White Shirt:  Jos. A. Banks
               Red Cashmere Vest:  Macy's              
               Bow Tie:  Brooks Brother Green Signature Tartan
               Pants:  Lands End Green Corduroy
               Shoes:  Bostonian Cordovan Cap Toe
               Christmas Socks:  Vintage
               Boxers:  Brooks Brothers Green Signature Tartan
               Watch:  Timex
               Watch Strap:  Brooks Brothers


(My friends Tommaso and Jim contributed photos to this post)

***Who all shares your holiday tables?

Thursday, December 25, 2014


One of things I like most about Christmas is decorating my home and the trees.  I especially love decorating the tree in my dining room as it contains not only ornaments that I’ve collected over the years, but also many that have been handed down in my family from generation to generation.

These six ornaments belonged to my grandparents and great-grandparents.

When I was young, I told my parents that this ornament had to go at the 
top of the tree because it was Rudolph's nose.  I still place it there today.


***Do you have any special ornaments that have been handed            
     down in your family?

Wednesday, December 24, 2014


My holiday activities are never complete without attending The Rose Ensemble's annual Christmas concert.  It’s an event I look forward to each year.  This year was a bit sad for me, though, as I usually attend this concert with my friend Donna, who shared my love for this choral group.  Donna passed away suddenly last summer, and this was my first Rose Ensemble Christmas concert without her.  However, with that absence there came an opportunity, and I was able to take my friend John, who was experiencing the Rose Ensemble for the first time.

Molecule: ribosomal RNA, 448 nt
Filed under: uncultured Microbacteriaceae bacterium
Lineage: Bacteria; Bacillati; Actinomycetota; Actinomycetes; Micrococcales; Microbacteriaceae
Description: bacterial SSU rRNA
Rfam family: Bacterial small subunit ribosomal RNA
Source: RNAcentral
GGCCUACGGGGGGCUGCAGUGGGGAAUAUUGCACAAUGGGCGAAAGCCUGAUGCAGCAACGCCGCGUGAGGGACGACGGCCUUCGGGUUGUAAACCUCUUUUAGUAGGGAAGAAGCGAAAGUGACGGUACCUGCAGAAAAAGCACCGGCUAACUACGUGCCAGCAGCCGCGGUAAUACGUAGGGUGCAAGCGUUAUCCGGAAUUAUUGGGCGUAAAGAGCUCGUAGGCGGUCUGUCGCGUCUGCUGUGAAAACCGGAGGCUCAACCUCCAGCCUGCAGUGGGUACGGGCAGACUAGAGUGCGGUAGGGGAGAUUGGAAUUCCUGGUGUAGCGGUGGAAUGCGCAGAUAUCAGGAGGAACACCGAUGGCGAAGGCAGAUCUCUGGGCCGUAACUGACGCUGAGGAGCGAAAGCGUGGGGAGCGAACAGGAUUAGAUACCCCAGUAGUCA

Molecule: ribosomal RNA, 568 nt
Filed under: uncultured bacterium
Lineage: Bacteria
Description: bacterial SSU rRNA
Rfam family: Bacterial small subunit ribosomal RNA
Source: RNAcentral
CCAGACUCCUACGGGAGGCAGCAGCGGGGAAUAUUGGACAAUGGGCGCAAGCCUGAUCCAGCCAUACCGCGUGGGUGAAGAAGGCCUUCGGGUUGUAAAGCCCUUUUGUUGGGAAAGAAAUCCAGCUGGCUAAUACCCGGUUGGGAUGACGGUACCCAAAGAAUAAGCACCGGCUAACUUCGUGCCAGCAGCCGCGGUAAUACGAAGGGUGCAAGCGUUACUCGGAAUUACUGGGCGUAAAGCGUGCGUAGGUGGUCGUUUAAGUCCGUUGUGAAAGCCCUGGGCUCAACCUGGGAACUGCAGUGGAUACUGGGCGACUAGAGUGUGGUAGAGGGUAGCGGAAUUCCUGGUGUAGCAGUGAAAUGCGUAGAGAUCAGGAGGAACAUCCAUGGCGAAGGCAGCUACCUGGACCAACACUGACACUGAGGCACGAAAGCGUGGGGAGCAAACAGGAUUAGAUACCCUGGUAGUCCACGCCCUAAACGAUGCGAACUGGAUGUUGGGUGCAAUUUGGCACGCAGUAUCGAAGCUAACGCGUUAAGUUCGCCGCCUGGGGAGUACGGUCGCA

The doors of the Basilica welcome us.

The concert begins.

The concert was once again held at the Basilica of St. Mary, in Minneapolis.  I love this space for it architecture, which beautifully blends and balances grandeur and simplicity in an amazing way.  The acoustics are also wonderful, and the combination of both elements make the experience highly enjoyable.

A quiet reminder as we enter the final week of Advent.

This concert, “Bow Down, Good Cherry Tree:  A Garden of Medieval Music for the Nativity,” was a lovely collection of songs reflecting on the birth of Jesus.  I love how each year the Rose Ensemble is able to offer a new perspective on the season’s music, and I always find myself leaving the performance feeling refreshed, nourished, and re-grounded – a much appreciated feeling during this hectic time of year.

The Basilica altar in Advent splendor.

The Rose Ensemble’s next performance will be their Candlelight Concert in February which I never miss.  If you haven’t had an opportunity hear them, I encourage you to attend this concert.  It’s always quite spectacular.

What I wore to The Rose Ensemble's Christmas concert:                  

               Yellow Shirt:  Jos. A. Banks
               Red Cashmere Vest:  Macy's